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Date: 07/03/06

Too Many Goodbyes

It's not been a good couple of hours.

I get home after a day spent wrestling with software that won't work because of what I call 'The Curse Of XP', i.e. permissions issues.

I turn the television on while I'm waiting for my chicken chow mein to cook.

The first thing I see on CEEFAX is news of the death of John Junkin.

Photo of John Junkin

The name probably won't mean a lot to youngsters, but in the 1960s and 70s, John Junkin was a regular sight and sound on radio and television, where he was a noted actor and scriptwriter. My own best memories of him come from the 1970s BBC radio sketch show Hello Cheeky, a quick-fire scattergun of mad situations and groanful puns concocted by Junkin, Barry Cryer, Tim Brooke-Taylor and musician Denis King. A couple of favourite moments:

"Home Hints for the Handyman, Number...Please Yourself: How To Entertain A Party Of Forty; buy her two large gins and a packet of crisps."

"Red sky at night, shepherd's delight. Red sky in the morning, Hendon's on fire."


I had no sooner got past this, when I saw another headline marking the passing of Ivor Cutler.

Photo of Ivor Cutler

To describe Ivor Cutler as a poet would be to narrow the man. Of course, to describe him as a 'cult poet' (see link) is merely to insult him, being another way of saying "Who? What? I don't understand". His off-beat songs and monologues (often accompanied by a clanky old harmonium) weren't 'odd'; they were simply the wanderings of a rich imagination, further fuelled by a happy (or, given his often mournful countenance, a lugubrious) knack for a memorable phrase.

An example: in one of the Glasgow Dreamer pieces that he did in session for John Peel, he describes staying with his grandparents when he was about three. Early in the morning, he saw his grandfather walking around their tenement flat naked from the waist down. Ivor describes the old man's "fluted scrotum". Not just a vivid image, this: only last night I recalled this phrase and thought that Fluted Scrotum would make a great name for a band.


Having been brought further down by this, I nearly choked on my noodles when I then read of the death of the great Malian musician Ali Farka Touré.

Photo of Ali Farka Touré

Most people who have heard of him will probably only remember his Talking Timbuktu album, made with Ry Cooder, but my encounter with his music pre-dates that by nearly half a decade.

I'd been listening to John Peel (how often his name crops up still!) for a few years, but had never quite 'got' his enthusiasm for African music. His taste was mostly for southern African music (The Bhundu Boys, for example), but one sticky summer's evening in 1990, he played a track from Touré's latest album The River. I lay there on my bed transfixed as this combination of Malian guitar and jazz saxophone weaved its way around my head. A couple of years later, I went out and bought the album (the first I'd ever bought by an African musician). The track that Peelie played that night, Ai Bine, remains one of my all-time favourites of any genre. You can here an all-too-brief clip from it here.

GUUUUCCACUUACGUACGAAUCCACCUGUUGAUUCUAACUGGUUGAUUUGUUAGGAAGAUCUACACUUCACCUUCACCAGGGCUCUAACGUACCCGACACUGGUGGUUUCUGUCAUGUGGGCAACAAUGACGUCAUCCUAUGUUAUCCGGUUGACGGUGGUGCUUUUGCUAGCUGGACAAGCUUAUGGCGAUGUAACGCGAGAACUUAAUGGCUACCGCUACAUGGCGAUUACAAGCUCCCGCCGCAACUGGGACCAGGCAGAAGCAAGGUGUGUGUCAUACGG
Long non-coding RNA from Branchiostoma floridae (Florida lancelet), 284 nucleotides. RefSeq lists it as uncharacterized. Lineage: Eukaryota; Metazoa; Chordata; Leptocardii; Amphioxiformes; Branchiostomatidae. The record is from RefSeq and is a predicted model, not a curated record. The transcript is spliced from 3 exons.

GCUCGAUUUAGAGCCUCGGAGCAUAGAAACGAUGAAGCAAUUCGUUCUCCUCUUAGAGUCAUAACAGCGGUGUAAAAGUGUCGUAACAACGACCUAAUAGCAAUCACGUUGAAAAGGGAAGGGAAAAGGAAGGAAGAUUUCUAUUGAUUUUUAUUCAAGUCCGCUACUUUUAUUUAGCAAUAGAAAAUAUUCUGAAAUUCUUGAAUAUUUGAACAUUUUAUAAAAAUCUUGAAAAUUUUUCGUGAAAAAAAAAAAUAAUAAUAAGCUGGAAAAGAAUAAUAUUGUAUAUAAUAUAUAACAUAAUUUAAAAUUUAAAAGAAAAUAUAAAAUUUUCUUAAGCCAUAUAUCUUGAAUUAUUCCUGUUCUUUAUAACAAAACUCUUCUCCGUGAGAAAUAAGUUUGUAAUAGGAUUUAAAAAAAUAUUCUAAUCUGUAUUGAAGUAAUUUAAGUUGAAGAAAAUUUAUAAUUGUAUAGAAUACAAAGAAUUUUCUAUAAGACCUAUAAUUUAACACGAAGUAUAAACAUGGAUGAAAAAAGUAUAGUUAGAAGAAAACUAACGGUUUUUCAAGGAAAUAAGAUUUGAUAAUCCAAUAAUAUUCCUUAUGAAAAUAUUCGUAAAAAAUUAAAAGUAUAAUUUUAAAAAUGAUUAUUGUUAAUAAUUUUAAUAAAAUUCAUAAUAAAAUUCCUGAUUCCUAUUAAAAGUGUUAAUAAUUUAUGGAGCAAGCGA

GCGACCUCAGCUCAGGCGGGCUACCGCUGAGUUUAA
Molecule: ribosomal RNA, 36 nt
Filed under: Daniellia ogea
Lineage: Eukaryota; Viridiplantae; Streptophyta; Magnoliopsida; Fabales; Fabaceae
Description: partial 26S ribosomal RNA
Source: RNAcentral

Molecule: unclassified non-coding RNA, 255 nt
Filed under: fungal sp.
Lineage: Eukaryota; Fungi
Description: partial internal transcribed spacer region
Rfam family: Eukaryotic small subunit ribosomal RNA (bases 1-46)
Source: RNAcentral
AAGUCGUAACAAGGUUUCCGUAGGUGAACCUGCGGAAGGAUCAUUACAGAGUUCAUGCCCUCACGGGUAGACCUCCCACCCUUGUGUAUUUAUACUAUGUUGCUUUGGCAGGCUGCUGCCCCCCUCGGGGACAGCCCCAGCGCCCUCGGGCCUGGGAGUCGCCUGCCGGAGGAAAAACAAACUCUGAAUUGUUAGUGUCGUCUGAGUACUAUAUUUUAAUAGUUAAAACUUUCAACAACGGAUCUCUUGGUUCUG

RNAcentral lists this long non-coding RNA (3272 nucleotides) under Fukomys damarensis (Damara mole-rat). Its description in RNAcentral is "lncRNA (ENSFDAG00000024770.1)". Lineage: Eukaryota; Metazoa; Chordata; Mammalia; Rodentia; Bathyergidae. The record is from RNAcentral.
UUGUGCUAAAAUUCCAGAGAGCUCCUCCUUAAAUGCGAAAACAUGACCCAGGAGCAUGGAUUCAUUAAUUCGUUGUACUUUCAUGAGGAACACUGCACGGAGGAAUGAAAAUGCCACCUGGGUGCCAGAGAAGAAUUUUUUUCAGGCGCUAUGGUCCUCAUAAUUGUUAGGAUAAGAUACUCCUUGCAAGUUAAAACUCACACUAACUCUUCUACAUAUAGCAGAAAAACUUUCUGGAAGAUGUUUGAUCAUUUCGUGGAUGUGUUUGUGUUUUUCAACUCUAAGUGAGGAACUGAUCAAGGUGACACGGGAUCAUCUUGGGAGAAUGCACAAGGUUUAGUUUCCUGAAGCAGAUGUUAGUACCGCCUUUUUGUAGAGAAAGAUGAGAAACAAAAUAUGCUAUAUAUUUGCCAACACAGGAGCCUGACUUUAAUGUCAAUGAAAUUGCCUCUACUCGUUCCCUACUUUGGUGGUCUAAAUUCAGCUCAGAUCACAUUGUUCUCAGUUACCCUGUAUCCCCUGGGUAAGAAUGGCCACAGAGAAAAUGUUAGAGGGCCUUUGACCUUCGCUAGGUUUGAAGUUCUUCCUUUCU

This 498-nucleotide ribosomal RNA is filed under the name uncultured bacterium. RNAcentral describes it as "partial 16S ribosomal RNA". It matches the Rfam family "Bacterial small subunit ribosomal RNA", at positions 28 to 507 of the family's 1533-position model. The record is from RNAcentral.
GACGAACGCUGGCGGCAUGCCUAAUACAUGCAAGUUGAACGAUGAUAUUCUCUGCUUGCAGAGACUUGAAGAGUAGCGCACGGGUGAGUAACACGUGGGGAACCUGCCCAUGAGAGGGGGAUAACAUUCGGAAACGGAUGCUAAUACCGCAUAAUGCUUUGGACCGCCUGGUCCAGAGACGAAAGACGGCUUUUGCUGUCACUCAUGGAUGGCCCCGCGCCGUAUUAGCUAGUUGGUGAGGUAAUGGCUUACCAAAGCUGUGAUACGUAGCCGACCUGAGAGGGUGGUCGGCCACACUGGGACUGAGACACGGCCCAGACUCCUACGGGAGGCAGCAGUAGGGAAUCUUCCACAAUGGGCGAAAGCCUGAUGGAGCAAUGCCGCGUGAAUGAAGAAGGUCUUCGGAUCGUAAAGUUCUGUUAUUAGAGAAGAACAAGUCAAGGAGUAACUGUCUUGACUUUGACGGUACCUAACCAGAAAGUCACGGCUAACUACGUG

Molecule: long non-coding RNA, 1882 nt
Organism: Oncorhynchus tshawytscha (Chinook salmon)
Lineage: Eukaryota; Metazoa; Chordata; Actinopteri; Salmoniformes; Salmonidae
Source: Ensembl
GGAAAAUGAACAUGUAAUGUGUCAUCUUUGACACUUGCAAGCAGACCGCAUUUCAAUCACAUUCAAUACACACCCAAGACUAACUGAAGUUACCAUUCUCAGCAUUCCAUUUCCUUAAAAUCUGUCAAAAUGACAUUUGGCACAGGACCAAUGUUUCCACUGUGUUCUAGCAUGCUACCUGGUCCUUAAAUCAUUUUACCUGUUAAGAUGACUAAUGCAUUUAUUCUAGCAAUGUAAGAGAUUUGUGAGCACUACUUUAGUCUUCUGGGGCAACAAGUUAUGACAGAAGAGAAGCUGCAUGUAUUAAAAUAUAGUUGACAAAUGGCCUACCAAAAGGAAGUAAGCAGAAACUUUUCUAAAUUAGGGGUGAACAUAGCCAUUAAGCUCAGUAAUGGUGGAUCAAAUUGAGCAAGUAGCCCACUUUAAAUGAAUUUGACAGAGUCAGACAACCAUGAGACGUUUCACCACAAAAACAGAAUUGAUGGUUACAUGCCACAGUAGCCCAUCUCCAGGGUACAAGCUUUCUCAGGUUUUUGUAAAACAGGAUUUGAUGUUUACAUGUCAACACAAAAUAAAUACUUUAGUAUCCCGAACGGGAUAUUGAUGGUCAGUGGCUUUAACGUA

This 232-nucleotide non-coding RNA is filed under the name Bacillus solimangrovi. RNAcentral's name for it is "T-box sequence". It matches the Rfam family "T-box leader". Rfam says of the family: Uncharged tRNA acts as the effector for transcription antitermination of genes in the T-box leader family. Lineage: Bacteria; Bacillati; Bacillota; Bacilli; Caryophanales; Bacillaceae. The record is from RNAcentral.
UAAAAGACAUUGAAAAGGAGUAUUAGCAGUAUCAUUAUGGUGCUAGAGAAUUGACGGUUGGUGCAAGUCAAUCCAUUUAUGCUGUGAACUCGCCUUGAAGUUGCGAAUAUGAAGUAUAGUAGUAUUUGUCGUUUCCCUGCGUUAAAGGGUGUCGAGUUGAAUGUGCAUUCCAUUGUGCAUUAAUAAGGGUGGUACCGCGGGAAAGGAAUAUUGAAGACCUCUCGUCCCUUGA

It must be said in all fairness that Junkin, Cutler and Touré had all reached a ripe old age. The same could hardly be said of the man news of whose death reached me via e-mail from my friend Susan in Minneapolis just an hour or so ago.

Photo of Kirby Puckett

Kirby Puckett was a legend in modern baseball. A kid from the housing projects of Chicago, he was drafted by the Minnesota Twins in 1982, and became a regular in the team within two years. He played for no other team in a twelve-year career which was shortened by becoming blind in one eye through glaucoma in 1996.

During that time, he became one of the greatest ever Twins, and still leads the club for hits, doubles, total bases, at-bats and runs. He helped the Twins to two World Series and they won them both, in 1987 and 1991.

I'd got into baseball in the summer of 1987, through lying awake at night listening to broadcasts of the game via the Armed Forces Network broadcasting out of (West) Germany. After a few weeks of this, which had started out as simply a case of wanting something to listen to at that hour, I became hooked on the game. When I felt that I had to pick a team to follow, because of Susan (although we'd lost touch at that point), it really couldn't be any other than the Twins. Not bad timing, as the Twins went all the way to The Big Show that year, and took the title in a thrilling seven-game series against St.Louis.

Four years later, and there they were again. And there was Kirby Puckett again. In a World Series for the ages against Atlanta, the Twins came into Game 6 trailing. Before the game, Puckett said to his team, "Get on my back - I'll carry you".

In the bottom of the eleventh inning, with the score tied 3-3, Kirby came to the plate. After taking a few pitches (unusual for a man who said of himself, "I never saw a pitch I didn't like"), the Braves' pitcher hung one up. Seconds later, the ball was flying over the wall in left center field. Yes, there would be a Game Seven. In a series for the ages, there would be a game for the ages; a nail-biting, nerve-shredding pitching duel, with Jack Morris pitching ten shut-out innings before Gene Larkin's single to left brought the winning run home. But, as I lay there in my bed, at about 4.30 on a chilly October morning, weeping for joy, I knew it was Kirby who had got them there. And as I sit here now, trying hard not to weep for a different reason (and not entirely succeeding), I recall that it was Kirby Puckett, the enthusiastic, the stylish, the committed, who helped make me a baseball fan.

And I'm grateful, Kirby. Very grateful. Thanks for the good times.